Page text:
I hated picking raspberries. Their bushes were always full of stinkbugs. I look at raspberries today even in the stores and still smell those little green guys.
      I also received a lesson when I was working for a farmer planting celery. Utah celery was in high demand as it was whiter than most. I was being paid very little by the hour. It didn't take me long to realize that the more hours you worked, the more money you made. So I was working 12 to 14 hours a day. The farmer called me to the side and said that I was foolish. He said that I soon would burn myself out and lose interest in the job. He said that in the long run I would make more money if I set a more reasonable pace. I shrugged this off and continued the long hours. But, as he said, I get so tired that I lost interest and quit. The others on the crew worked the reasonable shift and completed the project and made much more money than I did. This was a lesson I learned but have never totally been able to apply. I have continued to work long hours. Maybe I am still looking for the five dollars I lost before.
      I also hoed sugar beets. The rows were long and the sun was hot. You worked with a short hoe with a three-foot long handle. So you worked bent over. I also worked in the onion fields. We crawled down the rows and cut off the tops just before they were dug up.
      I also worked in the peonies fields. We "budded" the plants, cutting off all the little buds and leaving only the biggest ones. This was done in spring so it was not so hot.
      I received my first steady job at the age of 14 at the American Food Stores as a box boy, working there full and part-time for six years. I worked in the groceries but mostly with produce. The store and company no longer exists.
      I liked the grocery business. It was exciting. Every week we had a new challenge, a new promotion, and new displays. You could see very quickly what worked and what didn't. I also made good friends with our customers. The railroad pay day was our big weekend. I worked so hard as a box boy on those weekends, I couldn't sleep at night.
      The store closed on Sundays, so on Saturday nights the employees could buy a big bag of bakery goods for a dollar. I would take one home for my folks. I also saved the blemished citrus fruit for them. Dad would buy them at a special price for juice. Also, Hi-C canned fruit juice was a family favorite.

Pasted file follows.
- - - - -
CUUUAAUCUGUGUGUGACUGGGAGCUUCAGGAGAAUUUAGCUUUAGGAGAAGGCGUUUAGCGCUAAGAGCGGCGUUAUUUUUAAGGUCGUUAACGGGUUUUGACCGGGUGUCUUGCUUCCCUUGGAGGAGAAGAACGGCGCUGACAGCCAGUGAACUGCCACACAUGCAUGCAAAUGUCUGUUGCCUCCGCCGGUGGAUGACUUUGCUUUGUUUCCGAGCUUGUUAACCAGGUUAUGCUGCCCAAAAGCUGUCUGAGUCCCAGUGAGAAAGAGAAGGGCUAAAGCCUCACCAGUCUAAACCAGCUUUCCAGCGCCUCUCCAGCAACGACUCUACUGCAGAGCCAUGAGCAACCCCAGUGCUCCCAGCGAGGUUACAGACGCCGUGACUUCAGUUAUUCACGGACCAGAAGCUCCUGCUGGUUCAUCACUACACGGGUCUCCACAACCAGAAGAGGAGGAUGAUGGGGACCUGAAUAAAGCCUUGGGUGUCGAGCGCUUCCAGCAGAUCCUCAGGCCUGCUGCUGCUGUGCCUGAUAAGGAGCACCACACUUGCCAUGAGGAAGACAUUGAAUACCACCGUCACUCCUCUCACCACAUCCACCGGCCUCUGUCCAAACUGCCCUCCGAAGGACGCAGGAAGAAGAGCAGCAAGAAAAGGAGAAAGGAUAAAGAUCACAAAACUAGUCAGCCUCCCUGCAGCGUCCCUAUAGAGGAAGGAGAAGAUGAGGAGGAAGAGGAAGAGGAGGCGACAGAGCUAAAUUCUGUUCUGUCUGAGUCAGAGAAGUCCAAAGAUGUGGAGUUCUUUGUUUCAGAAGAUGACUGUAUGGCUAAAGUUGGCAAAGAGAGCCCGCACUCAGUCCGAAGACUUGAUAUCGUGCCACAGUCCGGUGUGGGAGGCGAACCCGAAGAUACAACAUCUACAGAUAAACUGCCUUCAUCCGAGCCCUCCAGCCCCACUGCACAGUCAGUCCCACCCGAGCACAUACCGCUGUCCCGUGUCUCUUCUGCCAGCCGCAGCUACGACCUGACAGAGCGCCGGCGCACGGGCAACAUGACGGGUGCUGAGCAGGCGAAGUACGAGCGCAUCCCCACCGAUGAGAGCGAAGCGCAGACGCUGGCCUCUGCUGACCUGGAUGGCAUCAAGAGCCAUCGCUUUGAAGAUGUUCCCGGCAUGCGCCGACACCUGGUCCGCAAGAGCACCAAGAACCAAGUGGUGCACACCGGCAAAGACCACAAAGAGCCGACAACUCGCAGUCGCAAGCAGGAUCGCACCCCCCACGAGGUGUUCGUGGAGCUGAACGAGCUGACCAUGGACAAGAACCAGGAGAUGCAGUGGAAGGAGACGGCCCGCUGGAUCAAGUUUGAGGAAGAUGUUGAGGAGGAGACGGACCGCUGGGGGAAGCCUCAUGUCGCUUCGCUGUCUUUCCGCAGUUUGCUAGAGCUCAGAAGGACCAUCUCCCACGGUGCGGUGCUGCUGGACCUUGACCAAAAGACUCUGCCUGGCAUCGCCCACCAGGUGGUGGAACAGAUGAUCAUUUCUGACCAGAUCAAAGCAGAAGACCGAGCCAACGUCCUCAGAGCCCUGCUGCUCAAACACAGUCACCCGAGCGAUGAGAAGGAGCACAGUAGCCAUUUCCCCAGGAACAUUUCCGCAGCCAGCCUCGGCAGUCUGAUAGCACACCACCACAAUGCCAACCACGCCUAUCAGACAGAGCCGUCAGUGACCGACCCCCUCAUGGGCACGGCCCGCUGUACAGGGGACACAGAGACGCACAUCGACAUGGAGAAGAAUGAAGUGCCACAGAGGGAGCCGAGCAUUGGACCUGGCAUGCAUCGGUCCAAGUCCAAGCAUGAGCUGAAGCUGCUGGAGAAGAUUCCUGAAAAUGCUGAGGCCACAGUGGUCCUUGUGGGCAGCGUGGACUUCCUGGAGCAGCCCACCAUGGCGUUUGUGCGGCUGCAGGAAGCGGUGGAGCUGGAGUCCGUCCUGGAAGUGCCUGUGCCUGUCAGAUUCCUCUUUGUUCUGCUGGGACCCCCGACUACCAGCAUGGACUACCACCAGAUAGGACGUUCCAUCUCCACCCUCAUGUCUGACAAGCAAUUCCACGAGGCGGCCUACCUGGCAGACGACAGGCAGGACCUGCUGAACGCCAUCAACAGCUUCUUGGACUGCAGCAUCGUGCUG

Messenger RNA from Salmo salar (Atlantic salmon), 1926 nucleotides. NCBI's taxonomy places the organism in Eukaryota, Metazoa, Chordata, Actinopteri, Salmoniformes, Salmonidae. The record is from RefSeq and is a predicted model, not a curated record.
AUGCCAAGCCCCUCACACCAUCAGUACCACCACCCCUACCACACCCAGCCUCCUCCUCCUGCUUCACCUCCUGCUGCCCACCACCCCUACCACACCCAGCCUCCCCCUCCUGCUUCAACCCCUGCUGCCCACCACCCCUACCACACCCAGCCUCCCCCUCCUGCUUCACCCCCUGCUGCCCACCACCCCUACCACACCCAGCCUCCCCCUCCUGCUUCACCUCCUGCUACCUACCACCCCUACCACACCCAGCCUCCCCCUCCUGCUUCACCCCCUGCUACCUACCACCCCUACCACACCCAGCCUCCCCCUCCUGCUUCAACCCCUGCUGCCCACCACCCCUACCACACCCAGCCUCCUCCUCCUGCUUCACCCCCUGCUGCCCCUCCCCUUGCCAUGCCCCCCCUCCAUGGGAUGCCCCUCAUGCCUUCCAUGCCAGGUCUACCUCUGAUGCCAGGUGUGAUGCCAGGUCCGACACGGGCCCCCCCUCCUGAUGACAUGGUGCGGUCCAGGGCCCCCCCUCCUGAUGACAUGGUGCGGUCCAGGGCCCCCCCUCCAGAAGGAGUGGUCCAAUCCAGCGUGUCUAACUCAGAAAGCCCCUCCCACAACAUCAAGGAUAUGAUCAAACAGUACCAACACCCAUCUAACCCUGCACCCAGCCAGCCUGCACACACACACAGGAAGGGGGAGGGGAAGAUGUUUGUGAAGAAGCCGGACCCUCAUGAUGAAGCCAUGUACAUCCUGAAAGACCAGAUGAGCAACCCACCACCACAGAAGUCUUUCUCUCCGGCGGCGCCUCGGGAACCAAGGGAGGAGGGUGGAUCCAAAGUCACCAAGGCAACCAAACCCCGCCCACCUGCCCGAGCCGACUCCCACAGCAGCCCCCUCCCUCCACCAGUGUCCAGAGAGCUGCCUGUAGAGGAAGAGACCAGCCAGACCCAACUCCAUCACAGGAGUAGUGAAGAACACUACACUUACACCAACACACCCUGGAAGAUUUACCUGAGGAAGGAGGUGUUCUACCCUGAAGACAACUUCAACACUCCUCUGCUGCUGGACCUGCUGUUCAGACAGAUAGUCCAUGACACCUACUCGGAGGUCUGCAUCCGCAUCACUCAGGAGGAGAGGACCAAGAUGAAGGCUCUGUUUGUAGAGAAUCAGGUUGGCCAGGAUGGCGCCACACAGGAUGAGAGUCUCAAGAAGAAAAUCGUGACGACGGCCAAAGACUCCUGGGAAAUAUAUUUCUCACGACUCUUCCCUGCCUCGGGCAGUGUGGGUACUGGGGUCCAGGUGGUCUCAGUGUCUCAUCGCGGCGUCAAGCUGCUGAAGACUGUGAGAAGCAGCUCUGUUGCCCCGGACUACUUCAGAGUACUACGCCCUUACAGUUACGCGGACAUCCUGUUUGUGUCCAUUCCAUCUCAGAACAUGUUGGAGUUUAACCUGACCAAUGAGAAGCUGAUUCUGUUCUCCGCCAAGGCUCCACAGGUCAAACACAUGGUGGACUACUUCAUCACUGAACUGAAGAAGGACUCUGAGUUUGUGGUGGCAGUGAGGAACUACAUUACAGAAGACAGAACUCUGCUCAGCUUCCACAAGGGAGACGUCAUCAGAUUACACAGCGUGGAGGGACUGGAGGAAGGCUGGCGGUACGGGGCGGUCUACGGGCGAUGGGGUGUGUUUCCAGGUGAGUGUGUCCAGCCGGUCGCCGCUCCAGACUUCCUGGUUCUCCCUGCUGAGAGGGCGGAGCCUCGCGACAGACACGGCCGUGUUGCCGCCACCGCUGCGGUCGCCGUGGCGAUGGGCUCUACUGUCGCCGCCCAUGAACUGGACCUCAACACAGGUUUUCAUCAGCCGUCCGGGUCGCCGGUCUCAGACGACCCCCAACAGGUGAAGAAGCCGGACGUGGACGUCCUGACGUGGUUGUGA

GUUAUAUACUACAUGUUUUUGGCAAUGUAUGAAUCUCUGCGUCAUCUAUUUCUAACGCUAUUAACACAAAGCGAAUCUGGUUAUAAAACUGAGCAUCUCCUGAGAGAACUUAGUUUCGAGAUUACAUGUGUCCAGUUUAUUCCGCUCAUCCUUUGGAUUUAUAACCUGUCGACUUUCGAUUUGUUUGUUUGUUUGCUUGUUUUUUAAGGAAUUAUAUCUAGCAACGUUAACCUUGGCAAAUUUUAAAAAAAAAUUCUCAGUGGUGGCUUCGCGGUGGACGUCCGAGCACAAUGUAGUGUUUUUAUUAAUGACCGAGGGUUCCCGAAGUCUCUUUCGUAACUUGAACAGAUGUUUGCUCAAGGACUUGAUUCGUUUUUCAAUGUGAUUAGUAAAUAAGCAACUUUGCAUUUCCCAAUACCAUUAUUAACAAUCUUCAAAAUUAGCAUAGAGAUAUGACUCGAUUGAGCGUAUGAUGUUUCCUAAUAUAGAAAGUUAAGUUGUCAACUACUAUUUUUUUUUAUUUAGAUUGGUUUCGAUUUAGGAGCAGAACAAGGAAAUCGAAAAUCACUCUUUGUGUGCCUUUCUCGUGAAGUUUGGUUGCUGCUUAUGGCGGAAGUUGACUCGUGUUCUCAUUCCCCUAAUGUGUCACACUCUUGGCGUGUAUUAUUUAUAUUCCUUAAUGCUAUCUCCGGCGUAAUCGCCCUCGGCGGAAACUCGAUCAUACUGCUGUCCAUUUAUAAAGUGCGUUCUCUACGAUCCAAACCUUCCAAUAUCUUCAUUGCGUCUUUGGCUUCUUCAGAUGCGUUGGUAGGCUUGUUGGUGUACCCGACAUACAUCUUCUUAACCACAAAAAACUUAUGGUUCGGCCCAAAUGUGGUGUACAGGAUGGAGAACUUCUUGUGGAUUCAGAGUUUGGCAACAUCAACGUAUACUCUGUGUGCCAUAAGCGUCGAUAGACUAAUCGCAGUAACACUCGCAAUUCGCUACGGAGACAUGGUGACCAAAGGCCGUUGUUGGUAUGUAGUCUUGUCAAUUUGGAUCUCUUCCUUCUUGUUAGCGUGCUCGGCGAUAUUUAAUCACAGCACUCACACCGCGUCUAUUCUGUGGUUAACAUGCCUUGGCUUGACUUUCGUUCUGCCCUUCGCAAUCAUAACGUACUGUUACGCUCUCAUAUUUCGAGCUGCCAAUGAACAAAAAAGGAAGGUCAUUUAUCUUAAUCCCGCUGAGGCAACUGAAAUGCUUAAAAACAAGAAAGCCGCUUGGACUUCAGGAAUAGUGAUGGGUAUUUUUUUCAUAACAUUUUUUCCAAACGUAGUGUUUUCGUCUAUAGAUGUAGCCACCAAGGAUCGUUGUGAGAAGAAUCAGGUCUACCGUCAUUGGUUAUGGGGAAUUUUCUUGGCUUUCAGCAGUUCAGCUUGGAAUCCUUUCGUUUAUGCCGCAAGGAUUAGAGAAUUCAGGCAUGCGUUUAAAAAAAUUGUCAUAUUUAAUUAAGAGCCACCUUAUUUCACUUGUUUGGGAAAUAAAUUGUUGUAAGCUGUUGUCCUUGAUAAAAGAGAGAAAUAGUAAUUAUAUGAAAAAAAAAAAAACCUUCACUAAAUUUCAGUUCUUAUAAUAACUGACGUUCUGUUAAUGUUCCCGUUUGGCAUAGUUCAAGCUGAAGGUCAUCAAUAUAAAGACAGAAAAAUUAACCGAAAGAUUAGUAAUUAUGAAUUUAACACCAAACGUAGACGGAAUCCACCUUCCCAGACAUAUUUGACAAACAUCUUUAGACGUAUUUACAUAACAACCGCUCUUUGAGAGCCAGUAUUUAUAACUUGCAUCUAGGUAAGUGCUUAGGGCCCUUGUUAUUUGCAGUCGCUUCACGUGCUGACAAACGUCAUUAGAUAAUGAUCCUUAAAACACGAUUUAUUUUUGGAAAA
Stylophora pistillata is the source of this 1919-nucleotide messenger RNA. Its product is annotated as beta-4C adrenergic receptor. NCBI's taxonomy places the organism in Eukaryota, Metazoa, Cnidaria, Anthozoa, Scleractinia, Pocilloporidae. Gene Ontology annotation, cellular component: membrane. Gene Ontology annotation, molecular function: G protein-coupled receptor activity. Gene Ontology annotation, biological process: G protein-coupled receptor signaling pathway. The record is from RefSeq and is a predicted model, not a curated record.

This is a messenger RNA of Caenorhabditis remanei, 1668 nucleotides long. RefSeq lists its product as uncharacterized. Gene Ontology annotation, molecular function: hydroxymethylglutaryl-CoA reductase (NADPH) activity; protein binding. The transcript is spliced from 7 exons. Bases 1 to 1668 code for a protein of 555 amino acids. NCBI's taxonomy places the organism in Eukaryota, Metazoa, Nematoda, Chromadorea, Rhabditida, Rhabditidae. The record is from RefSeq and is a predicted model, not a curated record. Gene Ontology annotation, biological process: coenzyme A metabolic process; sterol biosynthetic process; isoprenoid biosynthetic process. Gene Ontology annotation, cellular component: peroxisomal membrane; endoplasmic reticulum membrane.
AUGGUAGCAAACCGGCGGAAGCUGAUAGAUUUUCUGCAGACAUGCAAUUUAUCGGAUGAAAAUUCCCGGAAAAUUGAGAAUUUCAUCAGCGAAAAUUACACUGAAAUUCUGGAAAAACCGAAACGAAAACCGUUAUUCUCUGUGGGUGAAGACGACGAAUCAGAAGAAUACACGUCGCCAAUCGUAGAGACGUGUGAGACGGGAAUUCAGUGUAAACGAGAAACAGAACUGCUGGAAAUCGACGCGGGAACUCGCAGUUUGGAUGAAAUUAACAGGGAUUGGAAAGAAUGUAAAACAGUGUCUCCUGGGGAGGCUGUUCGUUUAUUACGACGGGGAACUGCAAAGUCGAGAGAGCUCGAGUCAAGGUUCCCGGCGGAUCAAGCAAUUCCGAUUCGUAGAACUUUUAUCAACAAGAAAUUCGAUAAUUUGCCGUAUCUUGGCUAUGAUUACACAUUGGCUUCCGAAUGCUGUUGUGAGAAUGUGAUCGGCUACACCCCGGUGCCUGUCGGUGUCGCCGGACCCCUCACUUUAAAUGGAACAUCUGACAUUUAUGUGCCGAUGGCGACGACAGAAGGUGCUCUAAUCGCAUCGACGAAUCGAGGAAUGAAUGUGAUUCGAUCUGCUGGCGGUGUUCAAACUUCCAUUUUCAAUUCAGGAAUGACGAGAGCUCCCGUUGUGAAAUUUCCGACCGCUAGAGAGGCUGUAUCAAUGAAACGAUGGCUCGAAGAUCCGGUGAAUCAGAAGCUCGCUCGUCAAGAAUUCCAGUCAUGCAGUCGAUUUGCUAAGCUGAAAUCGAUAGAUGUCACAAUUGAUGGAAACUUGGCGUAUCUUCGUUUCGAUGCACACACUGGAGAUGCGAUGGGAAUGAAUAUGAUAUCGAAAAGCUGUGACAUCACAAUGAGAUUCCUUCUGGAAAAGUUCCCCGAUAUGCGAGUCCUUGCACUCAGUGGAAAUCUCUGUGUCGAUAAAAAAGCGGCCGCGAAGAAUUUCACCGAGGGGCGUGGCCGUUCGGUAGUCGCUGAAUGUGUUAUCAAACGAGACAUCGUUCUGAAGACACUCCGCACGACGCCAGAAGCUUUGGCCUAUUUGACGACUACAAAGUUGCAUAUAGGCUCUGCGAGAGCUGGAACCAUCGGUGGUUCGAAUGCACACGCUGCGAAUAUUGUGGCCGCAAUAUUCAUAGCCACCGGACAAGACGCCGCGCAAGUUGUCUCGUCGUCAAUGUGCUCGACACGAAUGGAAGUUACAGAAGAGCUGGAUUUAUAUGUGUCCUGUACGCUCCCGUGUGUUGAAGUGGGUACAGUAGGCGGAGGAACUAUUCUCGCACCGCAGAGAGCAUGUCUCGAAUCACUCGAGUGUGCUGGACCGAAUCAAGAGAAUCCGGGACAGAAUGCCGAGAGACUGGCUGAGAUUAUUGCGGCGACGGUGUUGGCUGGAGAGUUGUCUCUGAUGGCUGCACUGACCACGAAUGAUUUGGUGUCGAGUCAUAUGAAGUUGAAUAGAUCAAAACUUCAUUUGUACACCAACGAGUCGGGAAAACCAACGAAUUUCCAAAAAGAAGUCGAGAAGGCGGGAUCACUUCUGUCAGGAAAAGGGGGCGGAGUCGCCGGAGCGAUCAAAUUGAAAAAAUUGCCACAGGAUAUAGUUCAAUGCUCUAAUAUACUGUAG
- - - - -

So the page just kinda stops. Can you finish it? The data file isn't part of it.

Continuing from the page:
I also worked with a milkman delivering milk on a route. I felt I had made quite an accomplishment when I could carry two full milk bottles in each hand.
      I was taught how to fold a paper airplane by an older boy sitting on the high exterior steps of Lincoln Elementary School. I had just finished my first plane when he had a seizure and rolled down the steps. That was the first seizure I had ever seen. It wasn't a good experience. I still make this paper plane and every time I do, I think of him.
      During the time dad worked at Lowe's, the owner's family stored some of their personal belongings at the Lowe's warehouse. Some had been there for many years. To get rid of them, they put them up for auction to the employees. Dad bought a large trunk for a few dollars, sight unseen. We opened it at home. It was full of old fashioned clothes, an old set of small blue encyclopedia books, dishes, and lots of Christmas ornaments. It was great fun; we kids used the clothes for dress up.
      Mentioning encyclopedias, our family had a set of "Book of Knowledge" which I really enjoyed. They had a lot of fairy tales in them, which I had not yet seen elsewhere. They also had pictures and articles of many places that were "a must to see." I remember in particular a picture of a Model T Ford parked in front of one of the windows of Zion's National Park tunnel. Also Lake Louise, Canada, Crater Lake, Oregon, Carlsbad Caverns, and many other sights. I believe I have now personally visited them all.